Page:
India's current account surplus rose to $19.8 billion or 3.9 percent of GDP (gross domestic product) in the June quarter as merchandise imports declined sharply amid the COVID-19 pandemic, the Reserve Bank of India said on Wednesday.
The current account records a country's transactions with the rest of the world (in net trade in goods and services, net earnings on cross-border investments, and net transfer payments) over a period of time- like a year or a quarter of a year. When the balance is positive, it is a surplus and when it is negative, it is a deficit.
The current account surplus stood at $0.6 billion or 0.1 percent of GDP in the March quarter while there was a current account deficit of $15 billion or 2.1 percent of GDP in the year-ago period.
"The surplus in the current account in Q1 of 2020-21 was on account of a sharp contraction in the trade deficit to $10.0 billion due to steeper decline in merchandise imports relative to exports on a year-on-year basis," Reserve Bank of India said.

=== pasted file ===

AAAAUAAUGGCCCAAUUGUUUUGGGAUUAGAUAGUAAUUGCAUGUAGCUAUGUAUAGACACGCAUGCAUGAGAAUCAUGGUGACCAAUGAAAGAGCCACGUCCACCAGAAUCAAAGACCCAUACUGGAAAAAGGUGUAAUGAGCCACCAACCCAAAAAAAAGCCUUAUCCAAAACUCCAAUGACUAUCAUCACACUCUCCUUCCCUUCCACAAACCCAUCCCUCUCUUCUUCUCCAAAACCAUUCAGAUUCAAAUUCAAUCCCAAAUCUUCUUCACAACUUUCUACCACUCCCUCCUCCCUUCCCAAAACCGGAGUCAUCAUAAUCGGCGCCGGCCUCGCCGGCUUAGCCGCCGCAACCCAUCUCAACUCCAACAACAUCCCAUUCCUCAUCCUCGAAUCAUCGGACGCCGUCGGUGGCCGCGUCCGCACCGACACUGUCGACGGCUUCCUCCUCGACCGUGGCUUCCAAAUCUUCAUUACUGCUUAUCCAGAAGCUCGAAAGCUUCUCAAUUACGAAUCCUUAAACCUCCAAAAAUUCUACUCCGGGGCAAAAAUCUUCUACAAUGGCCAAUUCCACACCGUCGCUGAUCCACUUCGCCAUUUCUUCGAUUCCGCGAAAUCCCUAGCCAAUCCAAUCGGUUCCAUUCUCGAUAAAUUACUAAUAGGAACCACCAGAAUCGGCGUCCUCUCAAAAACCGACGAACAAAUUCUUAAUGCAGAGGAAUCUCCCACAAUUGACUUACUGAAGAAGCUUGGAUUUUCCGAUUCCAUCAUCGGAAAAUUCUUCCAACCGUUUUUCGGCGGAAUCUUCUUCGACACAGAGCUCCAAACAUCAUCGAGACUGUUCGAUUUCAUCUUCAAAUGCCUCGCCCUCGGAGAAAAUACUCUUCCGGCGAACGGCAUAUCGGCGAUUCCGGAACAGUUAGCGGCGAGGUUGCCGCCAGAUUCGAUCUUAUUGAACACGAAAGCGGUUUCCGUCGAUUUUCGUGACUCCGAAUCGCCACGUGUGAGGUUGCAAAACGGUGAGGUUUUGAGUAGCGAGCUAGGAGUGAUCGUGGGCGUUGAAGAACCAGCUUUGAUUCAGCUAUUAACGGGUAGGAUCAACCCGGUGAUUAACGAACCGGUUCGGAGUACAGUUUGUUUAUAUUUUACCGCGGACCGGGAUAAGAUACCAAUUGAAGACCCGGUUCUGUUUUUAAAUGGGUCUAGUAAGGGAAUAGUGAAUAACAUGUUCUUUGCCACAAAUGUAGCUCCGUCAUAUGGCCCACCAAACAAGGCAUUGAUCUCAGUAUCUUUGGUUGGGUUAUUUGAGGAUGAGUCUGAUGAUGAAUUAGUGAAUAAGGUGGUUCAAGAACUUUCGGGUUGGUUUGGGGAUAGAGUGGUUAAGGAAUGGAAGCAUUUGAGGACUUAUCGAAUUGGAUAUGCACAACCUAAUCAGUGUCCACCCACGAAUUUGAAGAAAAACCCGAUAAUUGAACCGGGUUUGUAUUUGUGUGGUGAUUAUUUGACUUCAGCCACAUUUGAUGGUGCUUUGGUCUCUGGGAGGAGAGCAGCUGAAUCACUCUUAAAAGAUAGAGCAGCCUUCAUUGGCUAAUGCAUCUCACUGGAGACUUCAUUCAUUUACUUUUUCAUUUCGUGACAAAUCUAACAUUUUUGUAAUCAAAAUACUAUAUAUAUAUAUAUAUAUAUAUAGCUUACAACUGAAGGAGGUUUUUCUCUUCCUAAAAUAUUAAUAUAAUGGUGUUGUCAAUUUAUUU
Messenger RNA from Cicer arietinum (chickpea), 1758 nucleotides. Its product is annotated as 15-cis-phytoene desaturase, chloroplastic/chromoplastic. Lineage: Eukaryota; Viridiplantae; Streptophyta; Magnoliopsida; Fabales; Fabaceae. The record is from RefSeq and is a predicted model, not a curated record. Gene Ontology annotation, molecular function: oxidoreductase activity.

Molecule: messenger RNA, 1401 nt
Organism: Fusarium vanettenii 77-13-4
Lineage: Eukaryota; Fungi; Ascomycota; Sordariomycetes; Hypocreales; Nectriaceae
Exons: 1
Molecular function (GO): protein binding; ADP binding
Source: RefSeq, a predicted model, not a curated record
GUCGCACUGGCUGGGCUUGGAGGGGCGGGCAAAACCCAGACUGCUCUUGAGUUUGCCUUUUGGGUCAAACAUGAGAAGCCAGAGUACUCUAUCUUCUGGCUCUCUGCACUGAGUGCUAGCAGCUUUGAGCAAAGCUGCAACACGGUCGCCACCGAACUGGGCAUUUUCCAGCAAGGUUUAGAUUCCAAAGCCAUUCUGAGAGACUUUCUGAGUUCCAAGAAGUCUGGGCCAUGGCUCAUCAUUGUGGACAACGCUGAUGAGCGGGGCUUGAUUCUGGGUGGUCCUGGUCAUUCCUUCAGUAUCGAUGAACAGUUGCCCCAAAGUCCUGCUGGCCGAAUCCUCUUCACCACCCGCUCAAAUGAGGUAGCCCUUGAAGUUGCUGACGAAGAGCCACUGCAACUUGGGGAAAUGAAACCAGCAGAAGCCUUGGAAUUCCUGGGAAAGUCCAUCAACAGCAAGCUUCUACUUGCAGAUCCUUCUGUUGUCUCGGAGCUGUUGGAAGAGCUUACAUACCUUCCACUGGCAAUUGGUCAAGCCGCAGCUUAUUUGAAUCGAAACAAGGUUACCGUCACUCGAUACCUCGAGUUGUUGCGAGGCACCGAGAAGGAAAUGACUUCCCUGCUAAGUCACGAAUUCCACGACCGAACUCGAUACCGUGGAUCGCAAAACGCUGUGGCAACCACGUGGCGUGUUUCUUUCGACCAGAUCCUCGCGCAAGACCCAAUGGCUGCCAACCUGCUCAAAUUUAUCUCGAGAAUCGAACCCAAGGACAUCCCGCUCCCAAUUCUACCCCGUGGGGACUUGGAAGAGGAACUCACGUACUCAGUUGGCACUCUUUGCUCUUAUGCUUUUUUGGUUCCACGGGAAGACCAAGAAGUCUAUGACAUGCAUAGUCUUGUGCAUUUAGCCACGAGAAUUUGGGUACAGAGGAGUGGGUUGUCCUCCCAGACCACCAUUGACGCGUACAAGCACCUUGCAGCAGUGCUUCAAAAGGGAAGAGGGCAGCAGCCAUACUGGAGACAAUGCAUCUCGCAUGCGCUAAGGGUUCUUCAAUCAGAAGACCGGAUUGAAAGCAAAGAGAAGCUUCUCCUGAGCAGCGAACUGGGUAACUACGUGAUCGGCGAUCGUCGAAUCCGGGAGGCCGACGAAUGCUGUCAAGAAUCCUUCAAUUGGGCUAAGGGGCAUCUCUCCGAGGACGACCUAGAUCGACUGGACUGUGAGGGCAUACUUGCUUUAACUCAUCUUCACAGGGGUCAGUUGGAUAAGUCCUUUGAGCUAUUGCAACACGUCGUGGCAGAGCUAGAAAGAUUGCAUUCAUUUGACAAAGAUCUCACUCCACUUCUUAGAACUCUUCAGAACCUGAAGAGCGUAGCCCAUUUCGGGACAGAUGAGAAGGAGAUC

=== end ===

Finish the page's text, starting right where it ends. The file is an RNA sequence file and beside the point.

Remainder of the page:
During the April-June period, when parts of the country were in complete lockdown for most of the year, India imported goods worth $62.3 billion, and exported goods worth $52.3 billion, leading to a $10 billion trade deficit. In comparison, in the same quarter last year, the country imported and exported goods worth $129.5 billion and $82.7 billion, respectively, leading to a $46.8 billion trade deficit.
Services sector's inflows remained stable at $46.8 and outflows were at $26.3, leading to a $20.5 billion surplus.
Net outgo from the primary income account, primarily reflecting net overseas investment income payments, rose to $ 7.7 billion from $ 6.3 billion a year ago.
Private transfer receipts, which mainly include remittances by Indians employed overseas, amounted to $ 18.2 billion, a decline of 8.7 percent from their level a year ago.